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Jul 27, 2017

The Y Makes Summer Better

Over three hundred and seventy students successfully completed the annual summer classes at the YWCA. It featured primary and high school students taking on additional work during their annual break in areas of academics and sports, including swimming. News Five’s Duane Moody attended the closing ceremony held today for the second cohort of students and files this report. 


Duane Moody, Reporting

Math, English, Spanish, swimming, basketball, karate and even cooking were among the many programs offered by the Young Women Christian Association, better known as YWCA, for its 2017 Summer Classes. Approximately three hundred and seventy-four students from both primary and secondary schools were mentored over the past three weeks through the Creating A Safe Space Agenda program and with assistance from the U.S. Embassy.


Alice Jackson

Alice Jackson, Coordinator, Summer Program 2017

“It has continued with this second phase which is remedial. The first phase took its ceremony last week for swimming. So this second phase is remedial for math, language and Spanish. Along with those programs are karate, basketball, arts and craft, cooking, cake and pastry. We had a total of three hundred and seventy-four students taking part in this. Along with that, we had ten swimming instructors, thirty-seven volunteers and sixteen facilitators.  The volunteers alone, it starts from there…we mentor them for the real world, for the working world and they appreciate that as well. They sign in as regular; they help out the students as teachers—because I don’t call them volunteers, I call them teachers. And they continue working along, growing and working with skills…well-rounded, not only academics.”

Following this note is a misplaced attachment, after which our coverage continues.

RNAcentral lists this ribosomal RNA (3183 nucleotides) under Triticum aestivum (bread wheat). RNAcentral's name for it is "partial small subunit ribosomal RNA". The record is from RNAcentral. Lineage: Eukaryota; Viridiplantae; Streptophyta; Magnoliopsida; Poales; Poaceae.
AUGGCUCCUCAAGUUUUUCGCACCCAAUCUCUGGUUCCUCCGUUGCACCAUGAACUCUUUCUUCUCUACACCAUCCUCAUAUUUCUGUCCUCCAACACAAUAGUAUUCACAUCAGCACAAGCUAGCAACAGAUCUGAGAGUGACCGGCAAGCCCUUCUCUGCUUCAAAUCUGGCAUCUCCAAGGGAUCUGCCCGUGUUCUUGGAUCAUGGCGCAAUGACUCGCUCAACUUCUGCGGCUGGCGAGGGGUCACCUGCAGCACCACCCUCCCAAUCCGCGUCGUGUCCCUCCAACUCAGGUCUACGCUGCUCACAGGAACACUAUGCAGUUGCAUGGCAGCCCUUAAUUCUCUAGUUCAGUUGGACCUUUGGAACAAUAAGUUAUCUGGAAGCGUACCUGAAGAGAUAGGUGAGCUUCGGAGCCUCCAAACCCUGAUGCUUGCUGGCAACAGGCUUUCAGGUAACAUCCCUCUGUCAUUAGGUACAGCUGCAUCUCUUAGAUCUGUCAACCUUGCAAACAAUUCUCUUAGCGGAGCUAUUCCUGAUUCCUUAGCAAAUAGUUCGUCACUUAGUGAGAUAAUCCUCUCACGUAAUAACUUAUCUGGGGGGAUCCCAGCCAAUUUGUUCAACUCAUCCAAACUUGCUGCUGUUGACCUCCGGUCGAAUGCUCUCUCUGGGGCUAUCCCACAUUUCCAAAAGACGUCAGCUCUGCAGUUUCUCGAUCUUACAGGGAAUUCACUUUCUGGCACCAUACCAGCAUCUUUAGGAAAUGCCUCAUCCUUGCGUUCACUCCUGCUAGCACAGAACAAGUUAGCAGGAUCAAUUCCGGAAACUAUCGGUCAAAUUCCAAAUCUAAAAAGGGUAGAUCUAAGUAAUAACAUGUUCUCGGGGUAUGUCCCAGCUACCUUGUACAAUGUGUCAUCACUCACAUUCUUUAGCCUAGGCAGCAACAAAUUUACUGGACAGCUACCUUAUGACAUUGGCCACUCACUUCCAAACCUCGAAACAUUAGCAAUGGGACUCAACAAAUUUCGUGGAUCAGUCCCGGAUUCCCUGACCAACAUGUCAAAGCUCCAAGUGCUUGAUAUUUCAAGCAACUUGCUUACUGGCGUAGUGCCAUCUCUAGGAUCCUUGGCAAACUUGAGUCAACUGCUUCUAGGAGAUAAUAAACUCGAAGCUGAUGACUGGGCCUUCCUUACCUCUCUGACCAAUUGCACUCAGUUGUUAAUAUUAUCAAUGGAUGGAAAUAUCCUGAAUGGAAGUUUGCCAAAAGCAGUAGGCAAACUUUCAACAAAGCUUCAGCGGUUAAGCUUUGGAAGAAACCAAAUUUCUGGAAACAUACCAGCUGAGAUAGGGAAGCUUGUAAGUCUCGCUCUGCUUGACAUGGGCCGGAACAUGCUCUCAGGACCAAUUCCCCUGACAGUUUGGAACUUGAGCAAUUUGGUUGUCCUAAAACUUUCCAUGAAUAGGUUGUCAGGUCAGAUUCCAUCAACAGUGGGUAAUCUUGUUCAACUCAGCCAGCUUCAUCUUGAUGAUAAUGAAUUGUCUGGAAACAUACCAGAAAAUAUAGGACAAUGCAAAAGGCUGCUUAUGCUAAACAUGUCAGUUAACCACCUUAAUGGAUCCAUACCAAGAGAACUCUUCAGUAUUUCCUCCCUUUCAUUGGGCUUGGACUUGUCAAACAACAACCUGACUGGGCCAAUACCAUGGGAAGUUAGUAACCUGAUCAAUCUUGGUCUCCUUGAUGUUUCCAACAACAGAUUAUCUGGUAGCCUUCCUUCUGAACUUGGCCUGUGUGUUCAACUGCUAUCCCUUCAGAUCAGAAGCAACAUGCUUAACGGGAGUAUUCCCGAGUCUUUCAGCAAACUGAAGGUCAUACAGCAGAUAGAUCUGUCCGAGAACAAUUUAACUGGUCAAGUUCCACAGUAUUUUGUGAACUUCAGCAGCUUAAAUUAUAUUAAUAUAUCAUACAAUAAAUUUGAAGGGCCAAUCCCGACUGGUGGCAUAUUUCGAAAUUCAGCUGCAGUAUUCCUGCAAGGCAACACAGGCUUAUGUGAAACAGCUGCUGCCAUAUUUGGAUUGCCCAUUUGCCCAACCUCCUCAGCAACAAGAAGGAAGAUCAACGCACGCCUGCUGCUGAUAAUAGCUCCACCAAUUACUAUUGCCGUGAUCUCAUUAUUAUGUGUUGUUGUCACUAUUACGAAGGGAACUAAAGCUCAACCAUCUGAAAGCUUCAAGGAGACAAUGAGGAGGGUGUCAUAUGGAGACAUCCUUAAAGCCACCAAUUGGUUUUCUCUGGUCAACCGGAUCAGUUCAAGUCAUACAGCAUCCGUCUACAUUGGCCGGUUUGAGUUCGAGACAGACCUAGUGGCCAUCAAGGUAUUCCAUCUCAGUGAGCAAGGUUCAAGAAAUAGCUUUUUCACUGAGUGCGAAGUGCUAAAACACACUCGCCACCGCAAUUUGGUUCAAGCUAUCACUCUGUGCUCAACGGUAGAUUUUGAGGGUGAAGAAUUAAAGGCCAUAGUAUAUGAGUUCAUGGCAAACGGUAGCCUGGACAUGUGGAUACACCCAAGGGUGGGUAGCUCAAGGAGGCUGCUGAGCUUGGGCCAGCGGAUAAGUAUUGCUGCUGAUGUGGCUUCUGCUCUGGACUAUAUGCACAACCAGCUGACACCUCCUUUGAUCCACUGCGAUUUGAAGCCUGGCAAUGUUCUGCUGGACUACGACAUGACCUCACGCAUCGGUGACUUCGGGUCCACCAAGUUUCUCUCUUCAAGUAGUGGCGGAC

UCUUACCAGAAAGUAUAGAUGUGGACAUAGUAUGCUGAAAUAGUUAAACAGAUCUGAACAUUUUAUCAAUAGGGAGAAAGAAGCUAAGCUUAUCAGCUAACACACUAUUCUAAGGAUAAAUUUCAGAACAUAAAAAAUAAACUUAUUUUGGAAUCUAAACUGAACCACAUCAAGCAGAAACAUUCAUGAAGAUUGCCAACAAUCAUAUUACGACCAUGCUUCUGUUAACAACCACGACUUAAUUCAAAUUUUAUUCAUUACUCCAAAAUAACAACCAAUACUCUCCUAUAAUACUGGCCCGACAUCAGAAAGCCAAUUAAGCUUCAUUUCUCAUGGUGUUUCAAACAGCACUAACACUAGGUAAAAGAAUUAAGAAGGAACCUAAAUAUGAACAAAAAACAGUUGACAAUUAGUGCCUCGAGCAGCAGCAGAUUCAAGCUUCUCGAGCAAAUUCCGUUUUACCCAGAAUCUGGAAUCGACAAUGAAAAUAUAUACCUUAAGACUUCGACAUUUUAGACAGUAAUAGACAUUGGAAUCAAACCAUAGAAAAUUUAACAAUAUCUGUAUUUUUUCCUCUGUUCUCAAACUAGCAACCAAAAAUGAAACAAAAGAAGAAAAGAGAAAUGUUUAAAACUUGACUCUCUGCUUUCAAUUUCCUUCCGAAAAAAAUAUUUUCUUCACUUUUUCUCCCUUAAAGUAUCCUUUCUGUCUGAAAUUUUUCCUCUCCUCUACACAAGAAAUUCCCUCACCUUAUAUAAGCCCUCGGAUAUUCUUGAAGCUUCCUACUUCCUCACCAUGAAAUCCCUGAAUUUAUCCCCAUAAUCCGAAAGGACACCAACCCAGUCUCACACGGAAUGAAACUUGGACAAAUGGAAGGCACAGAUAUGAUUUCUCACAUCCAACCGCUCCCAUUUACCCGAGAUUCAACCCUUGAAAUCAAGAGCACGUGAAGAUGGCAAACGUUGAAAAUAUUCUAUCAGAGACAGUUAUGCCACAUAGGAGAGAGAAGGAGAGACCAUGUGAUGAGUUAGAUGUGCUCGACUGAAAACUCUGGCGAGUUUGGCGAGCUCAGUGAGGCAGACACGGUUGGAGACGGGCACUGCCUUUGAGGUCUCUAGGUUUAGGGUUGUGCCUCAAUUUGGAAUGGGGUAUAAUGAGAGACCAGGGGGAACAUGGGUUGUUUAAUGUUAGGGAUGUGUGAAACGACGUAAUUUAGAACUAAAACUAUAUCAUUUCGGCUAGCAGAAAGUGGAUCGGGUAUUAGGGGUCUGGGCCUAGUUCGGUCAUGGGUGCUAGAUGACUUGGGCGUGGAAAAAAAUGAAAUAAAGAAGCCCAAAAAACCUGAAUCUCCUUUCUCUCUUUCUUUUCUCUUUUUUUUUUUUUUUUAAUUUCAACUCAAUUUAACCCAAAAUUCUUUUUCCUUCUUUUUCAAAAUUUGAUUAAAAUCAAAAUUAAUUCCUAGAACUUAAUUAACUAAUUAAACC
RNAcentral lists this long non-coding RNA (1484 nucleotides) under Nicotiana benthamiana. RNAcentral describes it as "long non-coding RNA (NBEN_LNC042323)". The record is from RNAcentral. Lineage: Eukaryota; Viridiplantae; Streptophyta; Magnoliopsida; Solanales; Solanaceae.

Standard Six Holy Redeemer Primary School student, Briel Diego, says that she took part in the summer program to remain engaged as she out on break from school.


Briel Diego

Briel Diego, Participant

“I took cake and pastry, swimming and math and English. I took them because I just don’t like to waste my summer. And the swimming, I just took it to learn other techniques that I need to know.”


Duane Moody

“So how was the program for you?”


Briel Diego

“It was very exciting and fun and just very good.”


Meanwhile, basketball athlete and student at Edward P. Yorke High School, Andre Gillett, improved his skills on the court with the CASSA Program.


Andre Gillett

Andre Gillett, Participant

“I didn’t really decide, but my basketball coach recommended me to come here.”


Duane Moody

“Talk to us about some of the skills that you learned.”


Andre Gillett

“Skills, it’s really just mental skills like anger skills. I don’t really have anger issues, but anger skills for others—self confidence discipline and all that. And for the basketball, just continuous ball holding, and all the basketball stuff that you need to know.”


Duane Moody for News Five.

Viewers please note: This Internet newscast is a verbatim transcript of our evening television newscast. Where speakers use Kriol, we attempt to faithfully reproduce the quotes using a standard spelling system.

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